The European Parliament election on June 6-9 saw overall gains for right-of-center parties without a feared surge toward the far right. Across individual EU member states, however, the degree to which voters turned to the right was uneven. GMF’s Europe-based experts offer below their analyses of the results in select countries.

In France, as in most EU member states, European Parliament (EP) elections are really about domestic politics. That made the landslide victory of Marine Le Pen’s National Rally in the French vote unsurprising. What followed within hours, however, was a political earthquake. President Emmanuel Macron’s dissolution of the National Assembly to “give back to French voters the choice of our future” could see a far-right government in Paris by mid-July. Here is how it all could play out:

Act 1: The National Rally’s Expected Victory

The EP election results were largely in line with the most recent polls. The National Rally (RN), led by 28-year-old Jordan Bardella, got more than twice as many votes as Macron’s Renaissance (RE) party, which came in second. Add in the results for Reconquête, another far-right party, and 35 out of the 81 French seats in the EP will come from that fringe of the political spectrum. The RN alone did better than the Socialists, the far-left La France Insoumise, and the Greens combined, which split the vote of the left. Since most of France’s new EP delegation will not be part of the ruling coalition in Brussels or able to forge agreements with their German counterparts, the country’s influence over EU policymaking will drop.

Act 2: A Parliamentary Shock

Since his reelection in 2022, Macron has struggled without a majority in the National Assembly. His government has needed to build fragile coalitions with the right, which has put the legitimacy of his policy agenda in question. The EP election results now leave Macron a political dead end. His only way out—maybe—is through two-round National Assembly elections, which he has called much sooner than many expected. He risks becoming a lame-duck president but hopes he can avoid that fate by giving his opposition almost no time to prepare for a campaign that will culminate on June 30 and July 7.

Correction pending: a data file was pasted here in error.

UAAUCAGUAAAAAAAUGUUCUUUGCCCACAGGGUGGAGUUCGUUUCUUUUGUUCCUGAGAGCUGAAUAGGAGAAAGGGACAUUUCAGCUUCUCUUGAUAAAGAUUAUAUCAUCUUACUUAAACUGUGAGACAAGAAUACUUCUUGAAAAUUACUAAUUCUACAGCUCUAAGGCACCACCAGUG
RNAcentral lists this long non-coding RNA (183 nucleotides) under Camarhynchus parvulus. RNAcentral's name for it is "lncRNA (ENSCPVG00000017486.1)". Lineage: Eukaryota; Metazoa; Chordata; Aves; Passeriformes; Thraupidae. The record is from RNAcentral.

Act 3: Faites Vos Jeux

Macron places his bet based on two scenarios. This first sees an RN majority in the National Assembly upon which it builds a government. The president’s hope here is that the far right fails in power and dooms RN leader Marine Le Pen’s chances to win the 2027 presidential election. Given France’s worrisome economic prospects and the multiplying geopolitical crises that the country faces, this is possible. It may even be the best way to prevent a Le Pen presidency. In the interim, Macron could emerge as the far right’s main opponent by using his presidential powers to block an RN government’s most controversial moves. 

The second scenario sees Macron’s RE benefitting from a chronically divided French left and gaining seats in parliament. This could come about if, after the first round of voting, the prospect of an RN parliamentary majority propels left-leaning voters to back RE candidates in the second round. This scenario, although especially dubious, aligns with Macron’s unbroken belief that he can snatch victory out of the jaws of defeat into a win. 

Over the next month, as this plays out, no one in France will talk about Europe.